M. Schneider lists the twenty extravagant demonstrations which collect the whole repertoire of curative dances (the ancient danzimanie) described by the written and oral sources.

5. The extravagant demonstrations:

1 - The tarantolati jump, sleep, sing, dig holes, fill them of water and dive into as pigs. 2 - They put their hands, arms, head and neck into the water and they behave as ducks. 3 - They settle themselves at the center of people's circle, and they wave some shells full of water adorned with green grass. 4 - They enjoy themselves among the graves, they go down into the graves and they put themselves into the coffin. 5 - They beat their knees and they roll themselves on the ground as if they were epileptic. 6 - They sigh, scream and shout like dogs and they imagine to be fish. 7 - They lose their memory or voice. They take some mirrors and they look at themselves sighing deeply. 9 - The hour in which they feel more relief is about midday. 10 - They hang themselves down the trees, with their head down. 11 - They are relieved by the singing of swallows and washerwomen. 12 - They cannot go to bed or to have a rest without holding in their hands a shell or a glass vase full of water. 13 - They are relieved by a donkey's trot. 14 - Sometimes they believe they are some kings, sometimes soldiers or shepherds. They make some speeches and claim some luxurious garments and vivid colours. 15 - They wear some grapes' leaves. 16 - They are afraid of dark colours, while they like the pink colour. 17 - A strong erotic note and sometimes a kind of hydrophobia and rather a deep dislike for light water are linked to the red colour. 18 - They ask them to be flogged (feet, back). 19 - A certain dance or music, called chain, can be replaced by the Tarantella. 20 - They take some swords with which they jump, dance, and simulate a duel. They whisper some spells and they put the sword in their mouth or they lie down on it.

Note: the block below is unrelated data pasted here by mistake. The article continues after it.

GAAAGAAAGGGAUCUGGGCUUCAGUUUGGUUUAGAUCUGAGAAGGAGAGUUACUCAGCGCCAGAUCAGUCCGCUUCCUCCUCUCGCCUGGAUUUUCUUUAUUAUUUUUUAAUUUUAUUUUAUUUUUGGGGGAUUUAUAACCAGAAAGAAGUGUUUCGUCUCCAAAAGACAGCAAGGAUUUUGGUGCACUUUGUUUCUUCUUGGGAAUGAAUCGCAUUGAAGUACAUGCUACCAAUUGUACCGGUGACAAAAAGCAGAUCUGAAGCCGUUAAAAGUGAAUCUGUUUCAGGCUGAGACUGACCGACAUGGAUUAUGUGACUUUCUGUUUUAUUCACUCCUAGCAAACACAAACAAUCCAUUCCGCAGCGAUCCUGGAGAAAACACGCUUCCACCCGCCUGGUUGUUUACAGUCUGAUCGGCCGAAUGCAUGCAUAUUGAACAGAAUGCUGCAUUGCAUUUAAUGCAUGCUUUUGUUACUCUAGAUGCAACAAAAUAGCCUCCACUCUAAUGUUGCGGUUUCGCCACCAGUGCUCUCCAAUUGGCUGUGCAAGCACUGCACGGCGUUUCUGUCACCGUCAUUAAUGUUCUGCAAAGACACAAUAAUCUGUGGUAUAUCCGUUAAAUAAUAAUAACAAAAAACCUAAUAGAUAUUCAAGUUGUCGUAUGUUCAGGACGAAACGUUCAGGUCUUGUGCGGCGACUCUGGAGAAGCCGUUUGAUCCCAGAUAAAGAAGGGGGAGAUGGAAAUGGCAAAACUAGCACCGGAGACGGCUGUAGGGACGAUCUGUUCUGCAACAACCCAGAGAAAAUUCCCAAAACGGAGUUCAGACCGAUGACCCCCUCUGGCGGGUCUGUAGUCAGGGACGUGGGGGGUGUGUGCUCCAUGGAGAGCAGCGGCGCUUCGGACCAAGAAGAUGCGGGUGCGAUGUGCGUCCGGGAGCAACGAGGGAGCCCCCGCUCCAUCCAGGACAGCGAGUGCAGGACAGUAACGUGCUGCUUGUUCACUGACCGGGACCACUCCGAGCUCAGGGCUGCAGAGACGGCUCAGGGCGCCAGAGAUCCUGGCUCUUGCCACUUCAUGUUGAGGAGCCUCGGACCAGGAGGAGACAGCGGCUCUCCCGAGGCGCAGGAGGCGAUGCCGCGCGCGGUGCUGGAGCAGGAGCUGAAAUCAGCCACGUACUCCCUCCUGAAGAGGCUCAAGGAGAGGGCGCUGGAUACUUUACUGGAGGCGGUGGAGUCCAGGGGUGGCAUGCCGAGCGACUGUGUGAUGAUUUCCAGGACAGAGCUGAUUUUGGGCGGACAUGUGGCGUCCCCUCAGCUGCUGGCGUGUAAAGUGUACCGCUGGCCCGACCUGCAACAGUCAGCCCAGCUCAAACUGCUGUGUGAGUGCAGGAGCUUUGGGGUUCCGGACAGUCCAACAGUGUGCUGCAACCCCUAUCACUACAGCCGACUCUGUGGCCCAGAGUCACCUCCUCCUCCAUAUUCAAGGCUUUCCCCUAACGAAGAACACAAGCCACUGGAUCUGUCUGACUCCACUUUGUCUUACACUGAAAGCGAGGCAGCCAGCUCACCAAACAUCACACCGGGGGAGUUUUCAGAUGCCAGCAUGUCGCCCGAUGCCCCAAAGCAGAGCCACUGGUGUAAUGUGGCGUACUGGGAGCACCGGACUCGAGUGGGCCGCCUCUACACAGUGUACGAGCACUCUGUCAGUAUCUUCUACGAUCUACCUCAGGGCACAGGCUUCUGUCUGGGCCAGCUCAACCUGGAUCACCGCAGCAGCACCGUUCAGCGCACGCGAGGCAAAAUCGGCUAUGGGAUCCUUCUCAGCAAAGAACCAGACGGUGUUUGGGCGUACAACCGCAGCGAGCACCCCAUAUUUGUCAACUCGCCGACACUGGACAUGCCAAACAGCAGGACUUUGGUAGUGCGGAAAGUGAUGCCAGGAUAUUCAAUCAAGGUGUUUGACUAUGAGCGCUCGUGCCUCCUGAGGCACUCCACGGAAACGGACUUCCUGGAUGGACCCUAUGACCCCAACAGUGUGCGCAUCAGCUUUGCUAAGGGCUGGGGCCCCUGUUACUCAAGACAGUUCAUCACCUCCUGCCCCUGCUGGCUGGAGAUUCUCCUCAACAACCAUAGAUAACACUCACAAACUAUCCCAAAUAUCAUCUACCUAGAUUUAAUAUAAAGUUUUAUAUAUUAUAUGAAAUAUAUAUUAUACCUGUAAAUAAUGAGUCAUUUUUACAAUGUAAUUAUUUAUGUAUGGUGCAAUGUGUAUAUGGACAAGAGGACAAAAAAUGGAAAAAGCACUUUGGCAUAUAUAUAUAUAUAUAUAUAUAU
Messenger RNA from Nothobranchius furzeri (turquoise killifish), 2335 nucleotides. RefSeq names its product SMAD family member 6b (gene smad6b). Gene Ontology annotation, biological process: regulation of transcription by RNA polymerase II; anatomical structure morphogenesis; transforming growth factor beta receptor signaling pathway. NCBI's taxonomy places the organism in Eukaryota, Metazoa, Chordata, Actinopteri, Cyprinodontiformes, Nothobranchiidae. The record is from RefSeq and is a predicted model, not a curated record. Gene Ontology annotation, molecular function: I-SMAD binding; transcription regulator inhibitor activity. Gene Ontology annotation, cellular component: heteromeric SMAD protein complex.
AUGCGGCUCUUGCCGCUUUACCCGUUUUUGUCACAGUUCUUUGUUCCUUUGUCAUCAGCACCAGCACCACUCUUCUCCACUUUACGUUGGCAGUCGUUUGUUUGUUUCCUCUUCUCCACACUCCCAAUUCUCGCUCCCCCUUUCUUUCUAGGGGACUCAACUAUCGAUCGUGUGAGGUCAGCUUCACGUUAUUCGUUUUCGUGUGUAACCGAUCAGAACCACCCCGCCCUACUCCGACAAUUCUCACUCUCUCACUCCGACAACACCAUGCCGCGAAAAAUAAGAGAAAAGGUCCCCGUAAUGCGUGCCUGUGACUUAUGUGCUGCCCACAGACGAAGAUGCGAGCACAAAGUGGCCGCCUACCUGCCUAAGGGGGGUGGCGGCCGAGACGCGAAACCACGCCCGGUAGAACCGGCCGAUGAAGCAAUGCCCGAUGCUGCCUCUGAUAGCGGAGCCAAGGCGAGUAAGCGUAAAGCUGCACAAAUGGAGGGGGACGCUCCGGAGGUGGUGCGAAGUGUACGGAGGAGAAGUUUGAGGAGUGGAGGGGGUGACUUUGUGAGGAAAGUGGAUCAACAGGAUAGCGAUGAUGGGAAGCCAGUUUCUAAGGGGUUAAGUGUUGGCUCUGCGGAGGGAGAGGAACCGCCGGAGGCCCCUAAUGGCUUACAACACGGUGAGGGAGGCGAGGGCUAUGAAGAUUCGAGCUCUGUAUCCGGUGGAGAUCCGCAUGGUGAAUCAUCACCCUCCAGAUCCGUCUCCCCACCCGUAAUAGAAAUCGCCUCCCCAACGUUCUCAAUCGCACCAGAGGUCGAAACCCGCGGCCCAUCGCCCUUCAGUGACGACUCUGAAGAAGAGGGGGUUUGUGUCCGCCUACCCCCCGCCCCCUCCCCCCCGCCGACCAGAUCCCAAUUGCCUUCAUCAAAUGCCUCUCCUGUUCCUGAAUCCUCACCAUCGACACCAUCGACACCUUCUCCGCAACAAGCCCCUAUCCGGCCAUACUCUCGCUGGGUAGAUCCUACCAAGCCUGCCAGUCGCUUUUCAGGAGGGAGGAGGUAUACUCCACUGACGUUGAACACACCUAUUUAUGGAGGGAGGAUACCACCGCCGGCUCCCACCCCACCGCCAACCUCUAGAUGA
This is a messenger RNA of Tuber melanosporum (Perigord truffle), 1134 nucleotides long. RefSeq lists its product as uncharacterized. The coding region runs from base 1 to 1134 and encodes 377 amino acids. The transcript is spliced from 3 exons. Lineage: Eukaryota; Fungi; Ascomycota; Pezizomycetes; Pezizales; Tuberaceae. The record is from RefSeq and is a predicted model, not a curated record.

6. The Pizzica de core (or Pizzica-pizzica)